And then God took it a step further.

It became so much more than acceptance, and having my feelings validated.
It was more than processing and healing.
It was more than being free and more than the ability to move forward.

Somehow I became grateful that my life went the way that it did.
Somehow I was able to look back without wanting to change it all.
I was thankful for the messes and the trauma and being the ‘unfortunate kid.’

It is why I can sit here with tears welled-up in my eyes, so thankful to be here writing this.
It is why I can celebrate Mother’s Day:

*My experiences are the reason why it is so important to me to encourage other moms to stay sober and why I want to help them to stay strong for their babies. Their kids need them. I know how much of a difference that having them will make in their lives. I also know that it doesn’t matter to a child when a parent gets sober, it really won’t make a difference to them. They will just be over the moon excited and relieved.

*My experiences are the reason why I want to be a part of fighting for people who are struggling with the stigmas that have formed around people and families with mental illness and addiction. They are the reason why I don’t believe in labels. These things make an already difficult situation so much more shameful for all involved. I fight for people who I have never met, because we are all connected in this thing, even if we’re strangers.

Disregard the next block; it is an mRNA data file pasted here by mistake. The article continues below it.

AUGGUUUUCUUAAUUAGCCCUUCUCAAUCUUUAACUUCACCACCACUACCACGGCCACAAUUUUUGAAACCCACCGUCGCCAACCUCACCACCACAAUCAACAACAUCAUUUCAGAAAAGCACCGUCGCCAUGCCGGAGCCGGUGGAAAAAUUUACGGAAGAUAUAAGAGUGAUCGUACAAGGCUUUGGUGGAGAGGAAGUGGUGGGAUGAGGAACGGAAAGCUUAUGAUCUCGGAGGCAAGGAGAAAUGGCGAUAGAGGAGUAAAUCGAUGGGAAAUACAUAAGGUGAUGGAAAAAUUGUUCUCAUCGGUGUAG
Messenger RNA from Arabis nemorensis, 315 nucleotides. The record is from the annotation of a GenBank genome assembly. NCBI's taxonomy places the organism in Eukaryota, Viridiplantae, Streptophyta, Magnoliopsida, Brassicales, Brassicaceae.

*My experiences are the reason why I am so grateful to be a mommy, and I am okay with being an imperfect one. My mother is imperfect and I still love her, so I know that I can’t possibly screw up my kids that bad, so I have already made a little bit of progress with the legacy that I will someday leave behind. Progress people, progress.

*My experiences aren’t debilitating anymore and they aren’t powerful in the sense that they can have me down in my bed for days in tear-soaked bed sheets.
They are powerful in the sense that they have become my purpose, and my primary motivation to love my kids so hard that they won’t ever spend a Mother’s Day trying to figure out what they could have done wrong, or different, or better.

This is what drives me to keep cheering for all of the parents out there who are in recovery.

You guys rock and *you* might not believe it yet, but you are changing the world by changing your life. We can change the trajectory of the little lives we are in charge of, and that is amazing.

You matter and changing your life matters even on days where you can’t feel that it matters. 

Our kids see us fighting to get our lives back and they will see how determined that we are- and they will begin to see their own resilience and freedom to choose.

For me, God has taken a holiday that used to have me face down in the mud, and has breathed so much new life into it, so much that I can’t put into words. His love for me has shown me how to love other people. I had a wonderful Mother’s Day with the little people who I have been loaned, and I hope that they know how much my love for them has driven me to be a better woman.

Happy Mother’s Day to all of my beautiful mama friends. 

(Side-note: I am not trying to feed stigma here. I am writing about undiagnosed, mismanaged or misdiagnosed mental-illness. It is possible and very common for THOUSANDS of people who have a mental illness to live happy, healthy, productive, stable, awesome lives.)